‘Fracking loophole’ allows drilling companies to use unregulated toxins – report
A number of US oil companies are taking advantage of the so-called “Halliburton Loophole” to circumvent federal legislature regulating diesel-based fluids in fracking, instead exploiting the environment with even more toxic chemicals, new report says.
“Because of a gap in the Safe Drinking Water Act, companies are allowed to inject other petroleum products (beyond diesel) without a permit, and many of these non-diesel drilling fluids contain even higher concentrations of the same toxins found in diesel,”report by the Environmental Integrity Project released on Wednesday reads.
Titled “Fracking’s Toxic Loophole”, the report says that the 2005 Energy Policy Act authorities the Environmental Protection Agency’s (EPA) to “regulate diesel-based fracking fluids because of the toxicity of BTEX compounds” found in diesel.
However due to the so-called “Halliburton loophole” in the legislature the federal government is not applying the same protection standards to other fracking fluid other than diesel-based.
Overall, the Halliburton Loophole represents a significant reduction in federal oversight of drilling and fracking operations, the report claims.
“This double standard illustrates what happens when Congress manipulates environmental statutes for the benefit of polluters, instead of allowing EPA to make public health decisions based on the best available science,” the report reads.
Looking at the limited data available through FracFocus, Material Safety Data Sheets, and state agency websites the study discovered that at least six fracking fluid additives available on the market contain more benzene than diesel fuel. In addition another at least 21 fluids have much higher concentrations of ethylbenzene than benzene. Chemicals on the market also have high levels of xylene and toluene, which can lead to increased health risks.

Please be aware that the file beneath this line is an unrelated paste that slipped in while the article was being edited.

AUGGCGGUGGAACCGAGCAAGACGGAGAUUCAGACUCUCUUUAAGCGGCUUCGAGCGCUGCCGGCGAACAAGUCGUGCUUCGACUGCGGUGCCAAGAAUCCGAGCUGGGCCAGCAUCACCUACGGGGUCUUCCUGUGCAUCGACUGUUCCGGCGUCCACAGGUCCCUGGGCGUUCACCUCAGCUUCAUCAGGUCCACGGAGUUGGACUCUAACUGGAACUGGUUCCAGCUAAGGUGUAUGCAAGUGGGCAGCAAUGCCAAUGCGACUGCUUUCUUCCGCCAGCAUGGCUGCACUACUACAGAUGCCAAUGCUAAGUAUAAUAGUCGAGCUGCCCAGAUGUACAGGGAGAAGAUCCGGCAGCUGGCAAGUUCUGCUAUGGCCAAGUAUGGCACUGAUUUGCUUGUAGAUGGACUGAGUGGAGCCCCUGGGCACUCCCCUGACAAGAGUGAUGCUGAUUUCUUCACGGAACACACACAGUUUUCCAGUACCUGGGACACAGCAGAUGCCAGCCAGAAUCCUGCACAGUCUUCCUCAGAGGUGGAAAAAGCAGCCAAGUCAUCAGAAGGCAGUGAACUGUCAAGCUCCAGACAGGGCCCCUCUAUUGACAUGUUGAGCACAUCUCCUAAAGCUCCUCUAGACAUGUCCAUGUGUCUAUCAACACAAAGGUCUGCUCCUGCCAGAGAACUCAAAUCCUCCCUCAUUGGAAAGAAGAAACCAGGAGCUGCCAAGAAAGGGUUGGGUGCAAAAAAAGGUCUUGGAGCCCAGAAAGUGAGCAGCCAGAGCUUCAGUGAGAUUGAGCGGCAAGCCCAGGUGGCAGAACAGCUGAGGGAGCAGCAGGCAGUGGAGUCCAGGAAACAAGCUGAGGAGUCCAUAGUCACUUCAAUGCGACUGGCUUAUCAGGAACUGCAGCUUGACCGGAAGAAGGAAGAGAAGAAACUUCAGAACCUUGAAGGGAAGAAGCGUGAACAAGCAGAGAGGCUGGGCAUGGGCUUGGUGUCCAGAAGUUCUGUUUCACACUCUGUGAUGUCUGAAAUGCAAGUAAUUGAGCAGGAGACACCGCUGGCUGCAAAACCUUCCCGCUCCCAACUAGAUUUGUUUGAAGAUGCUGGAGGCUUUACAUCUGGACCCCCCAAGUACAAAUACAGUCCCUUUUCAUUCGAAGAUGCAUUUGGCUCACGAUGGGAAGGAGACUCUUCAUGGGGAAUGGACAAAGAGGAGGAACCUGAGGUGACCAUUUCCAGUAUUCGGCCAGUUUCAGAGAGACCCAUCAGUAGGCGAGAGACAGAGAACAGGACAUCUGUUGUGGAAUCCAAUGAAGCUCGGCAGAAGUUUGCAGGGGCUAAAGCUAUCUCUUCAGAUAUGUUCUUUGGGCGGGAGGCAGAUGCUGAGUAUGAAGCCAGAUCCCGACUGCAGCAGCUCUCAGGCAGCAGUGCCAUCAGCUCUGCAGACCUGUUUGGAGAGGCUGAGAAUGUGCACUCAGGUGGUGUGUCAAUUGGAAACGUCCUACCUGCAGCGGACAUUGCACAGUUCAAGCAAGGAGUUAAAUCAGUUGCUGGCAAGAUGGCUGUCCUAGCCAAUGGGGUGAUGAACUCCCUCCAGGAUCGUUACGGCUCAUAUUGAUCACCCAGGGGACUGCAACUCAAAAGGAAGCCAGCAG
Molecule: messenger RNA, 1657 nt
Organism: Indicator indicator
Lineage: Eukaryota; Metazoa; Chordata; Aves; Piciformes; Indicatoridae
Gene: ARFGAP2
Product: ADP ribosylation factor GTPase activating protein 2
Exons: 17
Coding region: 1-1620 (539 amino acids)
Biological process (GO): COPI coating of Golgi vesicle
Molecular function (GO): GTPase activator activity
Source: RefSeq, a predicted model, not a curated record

Citing FracFocus data, the study points out that at least 153 wells in 11 states were fracked with fluids “containing ethylbenzene between January 2011 and September 2014.” Of those, 77 wells were found in Oklahoma, 23 in North Dakota, followed by Texas with 20 wells. The report says that it is not clear how often these toxic petroleum products are being used.
The documented cases include the injection of a mix of crude oil, butane, and other fluids with up to 48,000 gallons of 4.1 percent benzene into a well in Dimmit County, Texas by BlackBrush O&G, LLC. While Discovery Operating Services, reported using nearly 1,000 gallons of benzene in eleven wells in Midland and Upland Counties in Texas.
“Benzene is known to increase cancer risk, and the Safe Drinking Water Act Maximum Contaminant Level (MCL) is designed to limit exposure to no more than five parts per billion. However, thanks to the Halliburton loophole, the Safe Drinking Act regulates diesel-based fluids but no other petroleum products with much higher benzene concentrations,” the report reads.
The study also cites a case in Oklahoma where Citation Oil and Gas Corporation of Texas injected mix containing up to 4,538 gallons of ethylbenzene, “equivalent to the amount found in nearly half a million gallons of diesel fuels.”
“Ethylbenzene is classified as a probable carcinogen, and cancer risk is considered significant when concentrations exceed the Maximum Contaminant Level of 0.7 parts per million in drinking water,” the report says.
Eric Schaeffer Executive Director of the Environmental Integrity Project and former Director of Civil Enforcement at EPA says that the loophole must be repealed.
“To protect public health, Congress should repeal the Halliburton Loophole and EPA should broaden the categories of fracking fluids that require Safe Drinking Water Act permits,” said Schaeffer. “Without these reforms, we are perpetuating a loophole that allows the unregulated injection of unlimited quantities of highly toxic pollutants into the ground.”